Read More »from Damning reports of abuse, mistreatment lend RCMP a perception problem
  • (Photo by Mike Garrett)(Photo by Mike Garrett)The bitter fight over treatment of animals at the popular Marineland attraction at Niagara Falls, Ont., has taken a weird turn with management accusing a critic and former trainer of trying to kidnap a giant walrus named Smooshi.

    Marineland, owned by John Hofer, has filed a trespassing lawsuit against Phil Demers claiming he and fellow activists stormed the marine park during a live stadium show on closing day Oct. 7, the Toronto Star reports.

    Demers strongly denied the allegation Thursday, saying he has evidence he never entered the property during a protest staged outside Marineland that day.

    “The notion that I’m ‘plotting’ to steal Smooshi is absurd,” he told the Star. “I also doubt my second floor apartment would hold a walrus. My hands are full enough with my cats."

    [ Related: Marineland allegations prompt owner to post message defending treatment of animals ]

    Marineland was put on the defensive last summer after the Star published stories, based on interviews with former staff

    Read More »from Marineland lawsuit accuses whistle-blowing trainer of plot to steal walrus
  • A man walks in Stanley Park as the skyline of Vancouver is reflected in water in Vancouver, British Columbia, Friday, Feb. 5, 2010. Vancouver has been ranked as Canada's top-rated city for quality of living, retaining its fifth-place spot globally. THE CANADIAN PRESS/AP-Jae C. HongA real estate marketing company that claims Vancouver condo sales boom around Lunar New Year has apologized after two employees were caught posing as prospective home buyers.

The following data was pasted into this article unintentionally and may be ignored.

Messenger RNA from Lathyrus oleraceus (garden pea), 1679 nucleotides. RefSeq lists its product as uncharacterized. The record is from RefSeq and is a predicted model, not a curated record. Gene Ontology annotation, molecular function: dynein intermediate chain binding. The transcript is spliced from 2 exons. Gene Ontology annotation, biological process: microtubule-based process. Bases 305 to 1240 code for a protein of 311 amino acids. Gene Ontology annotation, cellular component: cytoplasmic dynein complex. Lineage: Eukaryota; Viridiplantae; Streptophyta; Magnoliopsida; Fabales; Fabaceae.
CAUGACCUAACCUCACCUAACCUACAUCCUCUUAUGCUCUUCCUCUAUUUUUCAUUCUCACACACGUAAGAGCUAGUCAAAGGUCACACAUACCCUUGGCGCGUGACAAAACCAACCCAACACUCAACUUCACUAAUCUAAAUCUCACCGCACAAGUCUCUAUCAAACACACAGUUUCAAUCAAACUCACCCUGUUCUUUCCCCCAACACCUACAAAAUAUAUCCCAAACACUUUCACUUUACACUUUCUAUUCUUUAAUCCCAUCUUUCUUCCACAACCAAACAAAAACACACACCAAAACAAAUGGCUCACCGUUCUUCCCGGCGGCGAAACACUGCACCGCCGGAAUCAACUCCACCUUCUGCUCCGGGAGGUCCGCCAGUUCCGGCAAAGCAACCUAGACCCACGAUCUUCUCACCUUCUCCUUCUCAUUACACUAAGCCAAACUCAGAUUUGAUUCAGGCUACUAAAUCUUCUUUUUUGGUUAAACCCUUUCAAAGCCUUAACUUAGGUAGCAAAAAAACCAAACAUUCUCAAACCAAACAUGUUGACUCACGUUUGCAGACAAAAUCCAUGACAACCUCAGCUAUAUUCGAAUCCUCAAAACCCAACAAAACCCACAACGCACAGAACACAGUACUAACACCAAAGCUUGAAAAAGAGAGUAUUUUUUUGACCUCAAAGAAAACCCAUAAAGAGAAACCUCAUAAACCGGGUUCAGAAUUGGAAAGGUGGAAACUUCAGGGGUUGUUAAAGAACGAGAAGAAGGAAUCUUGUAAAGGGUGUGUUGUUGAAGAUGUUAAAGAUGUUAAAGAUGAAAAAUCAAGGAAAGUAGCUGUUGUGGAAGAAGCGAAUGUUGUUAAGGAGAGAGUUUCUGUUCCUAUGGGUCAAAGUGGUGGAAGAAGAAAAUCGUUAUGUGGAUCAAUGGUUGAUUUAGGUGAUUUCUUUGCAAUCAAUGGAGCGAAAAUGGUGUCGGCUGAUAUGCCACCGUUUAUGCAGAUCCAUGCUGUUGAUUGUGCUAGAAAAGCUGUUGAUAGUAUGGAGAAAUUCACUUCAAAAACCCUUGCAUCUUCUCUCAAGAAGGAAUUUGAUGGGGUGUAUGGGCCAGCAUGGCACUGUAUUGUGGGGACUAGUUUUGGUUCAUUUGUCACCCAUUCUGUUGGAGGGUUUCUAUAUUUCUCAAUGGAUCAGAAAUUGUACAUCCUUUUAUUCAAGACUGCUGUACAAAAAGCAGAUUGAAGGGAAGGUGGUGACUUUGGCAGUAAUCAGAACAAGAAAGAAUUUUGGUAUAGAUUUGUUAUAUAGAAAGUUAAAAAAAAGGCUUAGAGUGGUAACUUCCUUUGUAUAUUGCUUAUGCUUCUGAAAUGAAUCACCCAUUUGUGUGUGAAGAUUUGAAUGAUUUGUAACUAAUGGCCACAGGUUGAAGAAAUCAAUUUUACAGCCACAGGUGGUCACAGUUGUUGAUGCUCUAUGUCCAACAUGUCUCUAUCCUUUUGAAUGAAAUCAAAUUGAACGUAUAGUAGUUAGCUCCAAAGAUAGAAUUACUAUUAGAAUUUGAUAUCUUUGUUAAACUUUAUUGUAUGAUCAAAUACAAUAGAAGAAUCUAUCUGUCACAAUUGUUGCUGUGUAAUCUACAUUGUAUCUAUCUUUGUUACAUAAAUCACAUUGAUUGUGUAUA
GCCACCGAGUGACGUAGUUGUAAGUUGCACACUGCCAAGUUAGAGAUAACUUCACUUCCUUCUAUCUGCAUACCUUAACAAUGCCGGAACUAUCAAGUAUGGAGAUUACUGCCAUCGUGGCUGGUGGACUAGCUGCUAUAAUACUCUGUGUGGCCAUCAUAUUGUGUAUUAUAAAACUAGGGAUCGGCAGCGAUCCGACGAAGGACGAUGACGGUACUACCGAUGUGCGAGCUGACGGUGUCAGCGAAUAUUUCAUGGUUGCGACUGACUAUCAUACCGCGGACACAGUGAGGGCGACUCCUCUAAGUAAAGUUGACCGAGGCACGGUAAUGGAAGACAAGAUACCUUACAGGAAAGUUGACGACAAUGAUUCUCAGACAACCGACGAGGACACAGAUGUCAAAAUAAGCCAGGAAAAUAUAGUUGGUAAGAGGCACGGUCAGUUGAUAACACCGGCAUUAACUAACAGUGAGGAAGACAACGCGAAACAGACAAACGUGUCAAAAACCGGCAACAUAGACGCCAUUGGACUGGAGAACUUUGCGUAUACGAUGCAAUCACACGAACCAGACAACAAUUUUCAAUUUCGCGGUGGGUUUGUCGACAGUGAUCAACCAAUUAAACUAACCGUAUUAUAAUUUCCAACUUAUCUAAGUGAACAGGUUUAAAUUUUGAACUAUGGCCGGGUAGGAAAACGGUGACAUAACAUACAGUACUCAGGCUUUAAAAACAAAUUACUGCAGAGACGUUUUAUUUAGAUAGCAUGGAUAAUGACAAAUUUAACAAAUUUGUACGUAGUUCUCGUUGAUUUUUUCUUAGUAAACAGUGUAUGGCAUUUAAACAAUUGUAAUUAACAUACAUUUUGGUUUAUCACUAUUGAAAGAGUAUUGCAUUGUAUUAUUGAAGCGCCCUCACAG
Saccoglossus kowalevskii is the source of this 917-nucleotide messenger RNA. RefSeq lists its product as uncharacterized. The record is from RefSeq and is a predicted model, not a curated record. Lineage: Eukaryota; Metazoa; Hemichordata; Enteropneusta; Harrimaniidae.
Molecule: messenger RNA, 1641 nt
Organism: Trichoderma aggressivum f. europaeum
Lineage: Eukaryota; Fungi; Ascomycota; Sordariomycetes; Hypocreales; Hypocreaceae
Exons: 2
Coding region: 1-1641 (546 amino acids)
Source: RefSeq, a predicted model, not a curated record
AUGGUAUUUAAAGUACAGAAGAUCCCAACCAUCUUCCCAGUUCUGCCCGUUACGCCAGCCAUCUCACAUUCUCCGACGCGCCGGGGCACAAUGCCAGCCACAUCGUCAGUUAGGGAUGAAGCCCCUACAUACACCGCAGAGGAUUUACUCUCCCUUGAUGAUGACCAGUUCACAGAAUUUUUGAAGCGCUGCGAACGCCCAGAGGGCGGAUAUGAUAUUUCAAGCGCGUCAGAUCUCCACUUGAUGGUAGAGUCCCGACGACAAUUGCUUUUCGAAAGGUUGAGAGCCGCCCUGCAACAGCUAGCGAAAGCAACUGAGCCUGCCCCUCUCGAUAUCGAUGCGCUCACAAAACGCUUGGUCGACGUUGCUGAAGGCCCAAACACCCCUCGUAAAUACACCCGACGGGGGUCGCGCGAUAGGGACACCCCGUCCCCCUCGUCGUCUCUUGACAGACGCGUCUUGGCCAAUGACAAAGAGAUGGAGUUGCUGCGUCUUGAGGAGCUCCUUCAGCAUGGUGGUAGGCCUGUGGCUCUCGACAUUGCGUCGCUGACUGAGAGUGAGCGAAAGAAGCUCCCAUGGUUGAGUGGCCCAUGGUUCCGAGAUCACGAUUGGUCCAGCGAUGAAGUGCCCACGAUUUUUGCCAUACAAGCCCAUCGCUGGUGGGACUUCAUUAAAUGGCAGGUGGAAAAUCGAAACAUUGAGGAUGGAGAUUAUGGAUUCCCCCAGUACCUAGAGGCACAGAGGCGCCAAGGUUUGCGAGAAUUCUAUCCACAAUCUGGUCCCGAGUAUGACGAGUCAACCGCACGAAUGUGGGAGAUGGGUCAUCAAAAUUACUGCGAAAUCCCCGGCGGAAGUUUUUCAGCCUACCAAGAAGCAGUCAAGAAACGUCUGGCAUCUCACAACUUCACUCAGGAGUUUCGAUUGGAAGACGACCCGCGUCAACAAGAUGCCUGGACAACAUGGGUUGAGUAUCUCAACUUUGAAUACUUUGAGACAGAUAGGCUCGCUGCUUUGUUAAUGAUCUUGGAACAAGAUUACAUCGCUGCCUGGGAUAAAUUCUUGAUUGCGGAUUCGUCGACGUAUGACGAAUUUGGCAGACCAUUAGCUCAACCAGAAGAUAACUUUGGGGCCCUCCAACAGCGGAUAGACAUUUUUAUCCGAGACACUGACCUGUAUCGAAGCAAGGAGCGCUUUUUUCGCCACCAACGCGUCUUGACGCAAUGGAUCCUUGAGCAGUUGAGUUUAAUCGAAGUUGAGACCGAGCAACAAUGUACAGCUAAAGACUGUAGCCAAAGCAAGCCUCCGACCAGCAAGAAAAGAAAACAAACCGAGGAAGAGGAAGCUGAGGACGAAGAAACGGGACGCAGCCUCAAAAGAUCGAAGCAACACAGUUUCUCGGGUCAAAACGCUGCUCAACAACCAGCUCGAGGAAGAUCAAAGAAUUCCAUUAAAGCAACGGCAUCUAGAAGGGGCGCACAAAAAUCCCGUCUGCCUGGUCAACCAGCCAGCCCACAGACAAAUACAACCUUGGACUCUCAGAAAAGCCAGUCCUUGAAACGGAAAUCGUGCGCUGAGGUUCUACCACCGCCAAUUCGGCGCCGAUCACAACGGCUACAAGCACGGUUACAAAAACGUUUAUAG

CTV News reports that two Asian female employees at MAC Marketing Solutions posed as prospective buyers for a news report about the hot downtown condo market.

    Two women claimed to be sisters, named Chris and Amanda Lee, and told news organizations they were looking to buy a hip downtown condo, adding that, "usually Chinese people like to buy during this time."

    The two were used as examples of a growing trend, with MAC Marketing Solutions suggesting Vancouver's real estate market gets a bump from Asian buyers around the Lunar New Year.

    The condo building being hawked in the news piece happened to be represented by MAC.

    If that sounds a bit like a savvy marketing company trying to create an attention-grabbing trend, you are not alone.

    [ Related: Real estate marketer admits to deceiving Vancouver reporters ]


    Read More »from Vancouver real estate firm admits employees posed as buyers for media
  • Two of Yahoo! Canada's editorial cartoonists, Wes Tyrell and Terry Mosher (also known as Aislin) discuss the importance of editorial cartoons, and the impact they can have on Canada's political landscape.

    Visit Yahoo! Canada News for a new cartoon every day. Check it out on our homepage, or go through all our comics in our gallery.

  • Raw: Meteorite Falls in Russian UralsA meteor streaked across the sky above Russia's Ural Mountains on Friday morning, causing sharp explosions and reportedly injuring around 100 people, including many hurt by broken glass. (Feb. 15)

    A massive meteor came streaming through Earth’s orbit early Friday morning, blazing across Russia and shattering above a central city, leaving hundreds of people injured in its wake.

    Scientists estimate the flaming projectile weighed as much as 10 tons when it entered Earth’s atmosphere. The impact comes on the day that astronomers will be watching space for a massive asteroid passing near Earth.

    Reuters reports that more than 500 people were injured when the meteorite exploded over central Russia.

    The meteorite flew directly above the city of Chelyabinsk, where several citizens captured the streaming fireball on video.